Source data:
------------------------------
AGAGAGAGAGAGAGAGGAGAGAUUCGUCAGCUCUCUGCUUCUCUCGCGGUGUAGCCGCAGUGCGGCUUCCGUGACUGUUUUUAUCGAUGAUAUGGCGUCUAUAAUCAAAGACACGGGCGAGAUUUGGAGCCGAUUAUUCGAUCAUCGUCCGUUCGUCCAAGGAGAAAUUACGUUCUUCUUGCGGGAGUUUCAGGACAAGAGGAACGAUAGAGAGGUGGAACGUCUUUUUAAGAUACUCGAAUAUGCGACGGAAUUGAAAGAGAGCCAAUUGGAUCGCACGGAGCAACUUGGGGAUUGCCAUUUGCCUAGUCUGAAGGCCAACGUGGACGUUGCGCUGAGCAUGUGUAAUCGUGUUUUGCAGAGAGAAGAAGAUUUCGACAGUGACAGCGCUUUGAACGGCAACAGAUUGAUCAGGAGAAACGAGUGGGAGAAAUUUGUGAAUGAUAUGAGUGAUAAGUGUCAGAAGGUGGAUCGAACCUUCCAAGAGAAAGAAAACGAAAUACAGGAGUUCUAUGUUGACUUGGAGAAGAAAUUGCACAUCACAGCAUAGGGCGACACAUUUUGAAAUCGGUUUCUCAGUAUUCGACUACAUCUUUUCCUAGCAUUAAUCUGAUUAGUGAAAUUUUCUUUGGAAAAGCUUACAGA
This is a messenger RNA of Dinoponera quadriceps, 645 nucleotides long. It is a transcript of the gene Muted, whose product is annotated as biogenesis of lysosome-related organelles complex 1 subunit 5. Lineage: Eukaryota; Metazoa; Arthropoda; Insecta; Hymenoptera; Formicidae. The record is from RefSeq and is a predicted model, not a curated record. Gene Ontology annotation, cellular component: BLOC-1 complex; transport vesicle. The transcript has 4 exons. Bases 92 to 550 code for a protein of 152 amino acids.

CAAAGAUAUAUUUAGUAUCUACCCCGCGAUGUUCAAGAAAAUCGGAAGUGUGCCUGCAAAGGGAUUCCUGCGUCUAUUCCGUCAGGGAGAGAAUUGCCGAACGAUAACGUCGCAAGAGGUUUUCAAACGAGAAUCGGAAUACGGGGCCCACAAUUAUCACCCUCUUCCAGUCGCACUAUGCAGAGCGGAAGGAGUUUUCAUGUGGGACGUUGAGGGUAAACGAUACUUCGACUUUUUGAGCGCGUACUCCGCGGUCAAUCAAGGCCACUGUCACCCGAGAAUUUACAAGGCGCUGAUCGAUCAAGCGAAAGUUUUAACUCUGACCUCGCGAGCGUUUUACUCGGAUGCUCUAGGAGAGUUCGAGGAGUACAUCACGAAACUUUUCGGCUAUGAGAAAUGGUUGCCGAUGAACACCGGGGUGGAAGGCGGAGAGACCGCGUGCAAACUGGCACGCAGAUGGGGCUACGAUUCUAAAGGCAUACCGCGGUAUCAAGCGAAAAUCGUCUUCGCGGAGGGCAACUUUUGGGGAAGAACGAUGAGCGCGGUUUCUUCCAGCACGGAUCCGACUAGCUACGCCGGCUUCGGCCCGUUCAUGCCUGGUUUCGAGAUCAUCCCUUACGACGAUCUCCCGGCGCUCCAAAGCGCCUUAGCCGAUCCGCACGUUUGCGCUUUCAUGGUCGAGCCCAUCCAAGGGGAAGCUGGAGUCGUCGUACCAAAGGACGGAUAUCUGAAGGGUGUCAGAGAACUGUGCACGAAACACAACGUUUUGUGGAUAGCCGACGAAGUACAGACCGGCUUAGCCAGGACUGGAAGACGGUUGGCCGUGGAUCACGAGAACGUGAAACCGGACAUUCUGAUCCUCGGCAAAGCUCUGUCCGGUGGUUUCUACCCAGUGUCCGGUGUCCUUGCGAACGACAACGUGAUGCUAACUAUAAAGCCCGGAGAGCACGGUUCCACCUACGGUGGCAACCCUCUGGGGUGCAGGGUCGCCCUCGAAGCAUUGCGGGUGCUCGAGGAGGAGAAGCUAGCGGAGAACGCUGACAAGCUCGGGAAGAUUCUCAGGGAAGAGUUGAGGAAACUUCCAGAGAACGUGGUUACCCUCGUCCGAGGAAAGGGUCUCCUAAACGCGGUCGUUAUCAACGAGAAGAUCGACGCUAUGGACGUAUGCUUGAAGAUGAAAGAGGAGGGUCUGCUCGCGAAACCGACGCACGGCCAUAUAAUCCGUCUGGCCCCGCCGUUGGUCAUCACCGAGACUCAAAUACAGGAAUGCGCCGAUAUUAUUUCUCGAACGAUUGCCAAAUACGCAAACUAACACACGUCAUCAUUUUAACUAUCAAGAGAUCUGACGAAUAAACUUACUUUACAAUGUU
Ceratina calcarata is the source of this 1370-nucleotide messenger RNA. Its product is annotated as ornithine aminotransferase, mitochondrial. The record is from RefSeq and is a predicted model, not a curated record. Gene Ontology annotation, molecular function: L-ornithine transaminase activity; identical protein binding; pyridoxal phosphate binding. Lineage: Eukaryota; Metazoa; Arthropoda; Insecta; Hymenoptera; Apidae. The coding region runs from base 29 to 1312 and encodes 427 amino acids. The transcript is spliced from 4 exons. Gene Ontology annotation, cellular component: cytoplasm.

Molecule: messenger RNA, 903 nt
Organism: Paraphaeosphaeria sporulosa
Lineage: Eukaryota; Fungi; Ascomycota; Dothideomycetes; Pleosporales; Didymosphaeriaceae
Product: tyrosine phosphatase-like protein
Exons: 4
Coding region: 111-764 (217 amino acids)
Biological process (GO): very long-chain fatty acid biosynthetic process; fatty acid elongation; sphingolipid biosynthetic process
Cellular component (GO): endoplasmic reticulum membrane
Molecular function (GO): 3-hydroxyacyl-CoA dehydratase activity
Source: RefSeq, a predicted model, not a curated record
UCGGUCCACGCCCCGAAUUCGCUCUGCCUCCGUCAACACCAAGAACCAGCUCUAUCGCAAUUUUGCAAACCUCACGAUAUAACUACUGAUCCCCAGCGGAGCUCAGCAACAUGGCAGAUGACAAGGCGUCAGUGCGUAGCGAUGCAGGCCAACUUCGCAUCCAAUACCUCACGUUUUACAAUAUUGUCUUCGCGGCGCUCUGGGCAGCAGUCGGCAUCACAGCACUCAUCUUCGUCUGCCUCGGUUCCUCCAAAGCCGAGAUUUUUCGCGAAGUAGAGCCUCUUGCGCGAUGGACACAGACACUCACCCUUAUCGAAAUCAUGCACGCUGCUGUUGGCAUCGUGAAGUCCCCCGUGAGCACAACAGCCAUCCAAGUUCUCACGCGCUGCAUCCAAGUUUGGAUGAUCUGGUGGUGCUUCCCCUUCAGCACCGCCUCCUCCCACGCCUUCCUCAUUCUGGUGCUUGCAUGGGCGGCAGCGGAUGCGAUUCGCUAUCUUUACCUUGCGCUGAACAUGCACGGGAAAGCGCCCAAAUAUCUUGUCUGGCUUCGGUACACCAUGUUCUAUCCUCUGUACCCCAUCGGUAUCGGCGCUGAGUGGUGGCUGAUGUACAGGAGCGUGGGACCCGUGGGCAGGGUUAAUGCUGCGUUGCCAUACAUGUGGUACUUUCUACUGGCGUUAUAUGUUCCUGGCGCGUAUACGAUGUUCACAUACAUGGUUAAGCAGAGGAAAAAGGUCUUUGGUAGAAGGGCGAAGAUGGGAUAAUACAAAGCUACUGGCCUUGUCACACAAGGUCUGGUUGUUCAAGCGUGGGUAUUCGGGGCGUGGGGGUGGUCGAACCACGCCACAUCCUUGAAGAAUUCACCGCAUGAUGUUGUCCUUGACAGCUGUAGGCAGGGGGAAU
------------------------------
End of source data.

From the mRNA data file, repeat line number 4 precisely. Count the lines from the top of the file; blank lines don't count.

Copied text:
Ceratina calcarata is the source of this 1370-nucleotide messenger RNA. Its product is annotated as ornithine aminotransferase, mitochondrial. The record is from RefSeq and is a predicted model, not a curated record. Gene Ontology annotation, molecular function: L-ornithine transaminase activity; identical protein binding; pyridoxal phosphate binding. Lineage: Eukaryota; Metazoa; Arthropoda; Insecta; Hymenoptera; Apidae. The coding region runs from base 29 to 1312 and encodes 427 amino acids. The transcript is spliced from 4 exons. Gene Ontology annotation, cellular component: cytoplasm.